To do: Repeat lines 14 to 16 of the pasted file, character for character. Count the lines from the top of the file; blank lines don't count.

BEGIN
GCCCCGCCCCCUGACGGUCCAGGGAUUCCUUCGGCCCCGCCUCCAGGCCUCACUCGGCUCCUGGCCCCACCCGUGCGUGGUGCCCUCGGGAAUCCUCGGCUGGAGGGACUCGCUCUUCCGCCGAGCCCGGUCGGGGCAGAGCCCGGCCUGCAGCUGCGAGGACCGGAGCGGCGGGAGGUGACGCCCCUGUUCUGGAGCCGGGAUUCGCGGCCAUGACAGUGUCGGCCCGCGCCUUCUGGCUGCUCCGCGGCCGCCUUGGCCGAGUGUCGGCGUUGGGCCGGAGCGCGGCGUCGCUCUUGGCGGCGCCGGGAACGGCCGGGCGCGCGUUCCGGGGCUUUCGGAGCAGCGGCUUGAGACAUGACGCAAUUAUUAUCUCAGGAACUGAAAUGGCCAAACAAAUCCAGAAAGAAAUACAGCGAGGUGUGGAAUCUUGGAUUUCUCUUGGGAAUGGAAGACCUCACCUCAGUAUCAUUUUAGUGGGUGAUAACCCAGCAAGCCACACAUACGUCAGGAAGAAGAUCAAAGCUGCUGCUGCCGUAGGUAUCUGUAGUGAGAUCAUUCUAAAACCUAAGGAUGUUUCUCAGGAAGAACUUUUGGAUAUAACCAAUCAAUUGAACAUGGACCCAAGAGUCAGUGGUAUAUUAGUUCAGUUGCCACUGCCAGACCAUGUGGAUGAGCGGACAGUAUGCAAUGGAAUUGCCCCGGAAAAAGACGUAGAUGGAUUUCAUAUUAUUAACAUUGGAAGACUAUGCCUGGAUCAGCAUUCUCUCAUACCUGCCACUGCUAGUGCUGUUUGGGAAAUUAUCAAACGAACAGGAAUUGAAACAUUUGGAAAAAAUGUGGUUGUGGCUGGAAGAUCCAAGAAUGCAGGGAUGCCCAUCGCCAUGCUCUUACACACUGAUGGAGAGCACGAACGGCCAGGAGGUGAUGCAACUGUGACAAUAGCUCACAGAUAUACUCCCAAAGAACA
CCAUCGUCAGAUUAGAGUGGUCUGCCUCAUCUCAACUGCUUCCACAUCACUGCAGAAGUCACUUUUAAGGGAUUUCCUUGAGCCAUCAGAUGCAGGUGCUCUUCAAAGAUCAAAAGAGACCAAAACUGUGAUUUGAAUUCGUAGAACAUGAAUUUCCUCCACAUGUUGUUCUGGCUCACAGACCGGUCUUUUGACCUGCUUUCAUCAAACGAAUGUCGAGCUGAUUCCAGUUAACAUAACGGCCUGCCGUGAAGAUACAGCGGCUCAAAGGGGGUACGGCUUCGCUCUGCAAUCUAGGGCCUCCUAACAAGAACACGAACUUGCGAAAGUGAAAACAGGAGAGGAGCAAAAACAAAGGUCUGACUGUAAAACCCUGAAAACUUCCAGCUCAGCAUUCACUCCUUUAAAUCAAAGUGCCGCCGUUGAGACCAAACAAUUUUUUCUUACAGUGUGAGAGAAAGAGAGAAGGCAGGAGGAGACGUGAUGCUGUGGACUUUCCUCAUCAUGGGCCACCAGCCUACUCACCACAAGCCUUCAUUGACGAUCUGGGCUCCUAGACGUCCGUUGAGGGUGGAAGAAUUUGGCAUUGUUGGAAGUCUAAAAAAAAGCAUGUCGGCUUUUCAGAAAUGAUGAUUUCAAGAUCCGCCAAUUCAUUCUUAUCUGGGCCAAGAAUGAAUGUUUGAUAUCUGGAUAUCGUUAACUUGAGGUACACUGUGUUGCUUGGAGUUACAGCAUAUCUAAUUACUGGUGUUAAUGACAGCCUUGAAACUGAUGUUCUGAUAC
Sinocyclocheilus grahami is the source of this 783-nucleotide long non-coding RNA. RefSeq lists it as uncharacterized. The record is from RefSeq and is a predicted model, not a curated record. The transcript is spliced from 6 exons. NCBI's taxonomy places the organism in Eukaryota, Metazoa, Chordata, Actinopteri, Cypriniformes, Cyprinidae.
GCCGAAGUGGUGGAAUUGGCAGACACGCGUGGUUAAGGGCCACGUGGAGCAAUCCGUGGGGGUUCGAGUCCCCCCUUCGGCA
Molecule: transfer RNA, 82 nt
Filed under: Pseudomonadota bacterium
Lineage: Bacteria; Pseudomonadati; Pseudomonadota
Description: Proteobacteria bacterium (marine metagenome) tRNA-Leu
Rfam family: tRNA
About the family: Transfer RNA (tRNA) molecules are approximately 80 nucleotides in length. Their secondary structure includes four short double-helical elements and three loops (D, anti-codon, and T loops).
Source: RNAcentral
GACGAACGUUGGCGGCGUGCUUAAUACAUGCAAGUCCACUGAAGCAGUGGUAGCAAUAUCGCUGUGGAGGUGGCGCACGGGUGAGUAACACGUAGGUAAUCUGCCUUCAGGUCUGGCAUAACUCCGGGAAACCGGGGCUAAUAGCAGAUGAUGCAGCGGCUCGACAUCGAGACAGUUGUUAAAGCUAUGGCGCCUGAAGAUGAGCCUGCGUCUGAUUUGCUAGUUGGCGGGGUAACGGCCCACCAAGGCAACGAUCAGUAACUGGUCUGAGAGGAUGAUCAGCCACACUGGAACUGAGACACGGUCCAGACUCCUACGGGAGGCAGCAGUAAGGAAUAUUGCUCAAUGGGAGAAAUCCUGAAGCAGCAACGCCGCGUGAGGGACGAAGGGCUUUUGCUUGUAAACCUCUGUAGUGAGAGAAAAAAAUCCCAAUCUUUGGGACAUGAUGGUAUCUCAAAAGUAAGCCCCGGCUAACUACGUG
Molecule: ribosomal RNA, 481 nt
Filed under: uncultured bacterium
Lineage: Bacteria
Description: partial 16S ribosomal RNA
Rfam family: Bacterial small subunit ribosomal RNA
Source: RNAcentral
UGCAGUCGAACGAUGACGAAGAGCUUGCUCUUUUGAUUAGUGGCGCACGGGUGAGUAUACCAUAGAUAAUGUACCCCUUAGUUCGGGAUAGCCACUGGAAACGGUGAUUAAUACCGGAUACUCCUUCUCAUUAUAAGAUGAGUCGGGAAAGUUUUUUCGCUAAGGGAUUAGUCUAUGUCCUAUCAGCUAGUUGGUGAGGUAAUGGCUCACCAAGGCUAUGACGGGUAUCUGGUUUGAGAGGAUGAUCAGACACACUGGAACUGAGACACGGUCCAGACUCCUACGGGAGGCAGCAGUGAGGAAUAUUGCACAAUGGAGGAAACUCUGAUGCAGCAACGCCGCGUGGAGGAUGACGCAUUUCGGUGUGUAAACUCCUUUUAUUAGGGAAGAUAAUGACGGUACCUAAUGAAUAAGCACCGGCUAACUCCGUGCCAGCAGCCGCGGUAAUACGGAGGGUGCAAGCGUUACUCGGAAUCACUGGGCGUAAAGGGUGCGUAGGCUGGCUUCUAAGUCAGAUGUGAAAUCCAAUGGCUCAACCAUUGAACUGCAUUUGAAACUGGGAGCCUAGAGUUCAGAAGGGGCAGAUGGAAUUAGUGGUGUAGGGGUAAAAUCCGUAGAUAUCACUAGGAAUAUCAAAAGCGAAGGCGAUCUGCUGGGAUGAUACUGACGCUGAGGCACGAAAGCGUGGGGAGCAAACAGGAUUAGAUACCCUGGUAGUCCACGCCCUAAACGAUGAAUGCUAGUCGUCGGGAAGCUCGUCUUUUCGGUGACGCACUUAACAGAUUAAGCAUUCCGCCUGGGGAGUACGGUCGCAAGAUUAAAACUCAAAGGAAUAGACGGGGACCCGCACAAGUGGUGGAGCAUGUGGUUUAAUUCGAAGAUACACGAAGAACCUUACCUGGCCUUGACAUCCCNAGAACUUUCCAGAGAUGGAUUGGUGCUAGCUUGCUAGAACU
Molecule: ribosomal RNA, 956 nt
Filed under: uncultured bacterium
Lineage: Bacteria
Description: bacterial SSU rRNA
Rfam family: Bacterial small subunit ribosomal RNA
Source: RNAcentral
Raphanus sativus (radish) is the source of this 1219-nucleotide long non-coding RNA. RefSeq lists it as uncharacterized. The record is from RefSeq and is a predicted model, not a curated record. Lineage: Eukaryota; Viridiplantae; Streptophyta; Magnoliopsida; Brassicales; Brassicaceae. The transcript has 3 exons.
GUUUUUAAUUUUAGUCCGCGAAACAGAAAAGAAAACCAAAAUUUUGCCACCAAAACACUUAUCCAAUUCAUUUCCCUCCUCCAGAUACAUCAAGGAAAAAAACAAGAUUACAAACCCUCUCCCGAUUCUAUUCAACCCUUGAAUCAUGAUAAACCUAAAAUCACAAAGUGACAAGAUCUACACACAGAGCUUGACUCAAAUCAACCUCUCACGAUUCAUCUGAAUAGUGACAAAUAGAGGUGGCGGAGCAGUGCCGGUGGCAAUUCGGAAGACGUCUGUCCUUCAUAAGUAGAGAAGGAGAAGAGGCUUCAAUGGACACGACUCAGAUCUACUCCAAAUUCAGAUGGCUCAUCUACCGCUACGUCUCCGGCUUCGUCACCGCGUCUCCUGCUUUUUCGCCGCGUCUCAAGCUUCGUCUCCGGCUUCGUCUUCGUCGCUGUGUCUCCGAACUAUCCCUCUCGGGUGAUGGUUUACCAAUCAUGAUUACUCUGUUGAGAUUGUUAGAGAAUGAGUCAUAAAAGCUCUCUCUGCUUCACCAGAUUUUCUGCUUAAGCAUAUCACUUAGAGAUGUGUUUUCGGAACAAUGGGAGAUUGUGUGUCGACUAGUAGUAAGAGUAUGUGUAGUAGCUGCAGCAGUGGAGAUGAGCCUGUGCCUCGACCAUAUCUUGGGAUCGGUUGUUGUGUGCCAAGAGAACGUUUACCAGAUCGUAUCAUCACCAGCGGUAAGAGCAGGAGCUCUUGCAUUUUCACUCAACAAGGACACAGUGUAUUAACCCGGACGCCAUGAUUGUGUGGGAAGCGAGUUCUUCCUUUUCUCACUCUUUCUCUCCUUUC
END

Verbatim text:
Filed under: uncultured bacterium
Lineage: Bacteria
Description: partial 16S ribosomal RNA